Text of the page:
This monumental stainless steel obelisk by Daniel LaRue Johnson (b.1938) commemorates a titan of 20th century diplomacy: Ralph Johnson Bunche (1904–1971), the American educator, political scientist, and United Nations mediator.
For a lifetime of extraordinary achievement in the international arena, Bunche received the Nobel Peace Prize in 1950, the first African American to receive the award. In 1963, President John F. Kennedy awarded him the U.S. Medal of Freedom. As a U.N. mediator, secretary for special political affairs, and supervisor of peace-keeping missions in the Middle East and elsewhere, he played a key role in brokering U.N. sponsored peace agreements from 1949 to 1970.
Even before Bunche’s death, noted African American sculptor Johnson conceived of this towering 20-ton sculpture as a testament to Bunche’s dedication to world peace. Johnson’s father had been a high school classmate of Bunche in California, and the sculptor was greatly influenced by Bunche’s diplomatic efforts. In 1970, a sculpture by Johnson in memory of Dr. Martin Luther King Jr., then the largest Cor-ten steel sculpture in the world, was dedicated in Minneapolis, Minnesota with Ralph Bunche present.
The Phelps-Stokes Fund, on whose board of trustees Bunche had served, led the campaign to raise more than $500,000 to erect the monument and re-landscape the surrounding park. A resolution of the U. S. Congress effective October 1, 1979 endorsed the project, and authorized a federal appropriation of $485,000 towards its completion. The full-sized obelisk was fabricated by Lippincott Foundry of North Haven, Connecticut.
On September 15, 1980 the sculpture was formally dedicated with a ceremony held at the U.N. General Assembly Hall followed by the unveiling of a plaque at the monument by Mrs. Ralph J. Bunche. Participants included U.N. Secretary General Kurt Waldheim, Vice President Walter Mondale, the Reverend Theodore Hesbrugh, president of the University of Notre Dame, Mayor Edward I. Koch, Congressman Charles Rangel, and Parks Commissioner Gordon A. Davis, among other dignitaries. Seth McCoy of the Metropolitan Opera and the Boys Choir of Harlem performed musical selections. The monument--a contemporary interpretation of an ancient art form--is a perpetual reminder of a great man and the international peace, which he sought to advance.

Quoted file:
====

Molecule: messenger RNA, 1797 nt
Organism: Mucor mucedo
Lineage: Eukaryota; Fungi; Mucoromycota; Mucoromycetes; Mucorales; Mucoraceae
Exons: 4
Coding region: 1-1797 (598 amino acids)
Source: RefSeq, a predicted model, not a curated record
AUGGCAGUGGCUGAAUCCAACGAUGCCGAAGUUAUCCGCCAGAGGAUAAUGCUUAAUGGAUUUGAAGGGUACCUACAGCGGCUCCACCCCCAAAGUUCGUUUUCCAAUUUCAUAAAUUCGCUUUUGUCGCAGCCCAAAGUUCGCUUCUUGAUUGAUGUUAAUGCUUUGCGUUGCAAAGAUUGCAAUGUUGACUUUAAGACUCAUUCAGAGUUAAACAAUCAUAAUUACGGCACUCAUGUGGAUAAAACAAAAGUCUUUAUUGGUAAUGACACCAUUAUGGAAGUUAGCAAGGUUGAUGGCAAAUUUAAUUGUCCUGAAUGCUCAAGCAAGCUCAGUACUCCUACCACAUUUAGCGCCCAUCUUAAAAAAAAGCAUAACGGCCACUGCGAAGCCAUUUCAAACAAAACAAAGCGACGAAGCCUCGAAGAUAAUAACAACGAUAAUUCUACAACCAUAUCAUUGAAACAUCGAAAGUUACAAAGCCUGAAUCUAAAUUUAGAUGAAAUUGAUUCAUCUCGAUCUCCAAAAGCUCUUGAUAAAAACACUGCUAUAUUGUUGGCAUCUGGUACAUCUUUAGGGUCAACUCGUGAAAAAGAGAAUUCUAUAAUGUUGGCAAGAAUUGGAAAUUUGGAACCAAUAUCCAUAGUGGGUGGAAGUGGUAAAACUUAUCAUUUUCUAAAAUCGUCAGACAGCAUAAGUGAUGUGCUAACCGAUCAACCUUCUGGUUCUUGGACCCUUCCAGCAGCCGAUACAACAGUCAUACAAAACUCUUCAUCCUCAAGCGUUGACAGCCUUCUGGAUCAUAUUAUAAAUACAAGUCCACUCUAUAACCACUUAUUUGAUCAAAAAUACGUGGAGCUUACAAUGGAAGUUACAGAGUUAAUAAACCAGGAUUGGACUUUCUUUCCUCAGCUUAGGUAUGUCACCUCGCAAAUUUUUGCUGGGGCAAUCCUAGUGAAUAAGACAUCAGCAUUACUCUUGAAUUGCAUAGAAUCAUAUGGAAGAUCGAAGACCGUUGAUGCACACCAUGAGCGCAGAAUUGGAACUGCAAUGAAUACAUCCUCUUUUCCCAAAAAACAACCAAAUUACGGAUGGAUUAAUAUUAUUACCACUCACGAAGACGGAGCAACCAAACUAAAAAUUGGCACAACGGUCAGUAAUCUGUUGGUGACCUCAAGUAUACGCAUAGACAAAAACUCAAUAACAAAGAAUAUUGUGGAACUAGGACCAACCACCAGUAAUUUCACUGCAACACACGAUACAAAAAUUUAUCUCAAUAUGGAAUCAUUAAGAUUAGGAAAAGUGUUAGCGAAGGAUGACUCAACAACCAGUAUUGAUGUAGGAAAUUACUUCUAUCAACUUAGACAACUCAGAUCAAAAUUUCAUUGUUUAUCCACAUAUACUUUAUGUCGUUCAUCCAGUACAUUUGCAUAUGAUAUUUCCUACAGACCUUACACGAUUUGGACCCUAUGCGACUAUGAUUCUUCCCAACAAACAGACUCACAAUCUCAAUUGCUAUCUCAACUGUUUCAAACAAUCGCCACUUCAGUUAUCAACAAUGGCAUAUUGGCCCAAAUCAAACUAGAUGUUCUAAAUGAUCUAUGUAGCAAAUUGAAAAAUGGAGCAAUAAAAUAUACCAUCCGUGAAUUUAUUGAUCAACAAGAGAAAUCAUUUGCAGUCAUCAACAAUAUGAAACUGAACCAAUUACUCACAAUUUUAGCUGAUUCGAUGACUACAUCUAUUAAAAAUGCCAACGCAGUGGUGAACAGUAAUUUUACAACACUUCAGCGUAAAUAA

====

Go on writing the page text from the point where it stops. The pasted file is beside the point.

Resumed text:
Peace Form One Details
- Sculptor: Daniel La Rue Johnson
- Description: Tall obelisk with variegated surface on a pentagonal base; plaque
- Materials: Obelisk--stainless steel; Base--bronze; Paving--bluestone
- Dimensions: Obelisk H: 50'; Base W: 21'4"
- Cast: 1980
- Dedicated: September 15, 1980
- Fabricator: Lippincott, Inc., North Haven, CT
- Donor: Phelps-Stokes Fund
- Inscription: "I HAVE A NUMBER OF VERY STRONG BIASES. I HAVE A DEEP-SEATED BIAS AGAINST HATE AND INTOLERANCE; I HAVE A BIAS AGAINST RACIAL AND RELIGIOUS BIGOTRY; I HAVE A BIAS AGAINST WAR, A BIAS FOR PEACE, I HAVE BIAS WHICH LEADS ME TO BE LIEVE IN THE ESSENTIAL GOODNESS OF MY FELLOW MAN, WHICH LEADS ME TO BELIEVE THAT NO PROBLEM OF MUMAN RELATIONS IS EVER INSOLUBLE. I HAVE A STRONG BIAS IN FAVOR OF THE UNITED NATIONS AND ITS ABILITY TO MAINTAIN A PEACEFUL WORLD."
"PEACE, TO HAVE MEANING FOR / MANY WHO HAVE KNOWN ONLY SUFFERING / IN BOTH PEACE AND WAR / MUST BE TRANSLATED INTO BREAD OR RICE, / SHELTER, HEALTH, AND EDUCATION, / AS WELL AS FREEDOM AND HUMAN DIGNITY. / NOBEL PEACE PRIZE LECTURE, 1950 /
RALPH JOHNSON BUNCHE / UNDER SECRETARY-GENERAL FOR / SPECIAL POLITICAL AFFAIRS / THE UNITED NATIONS / 1904 - 1971 / DANIEL LARUE JOHNSON, ARTIST /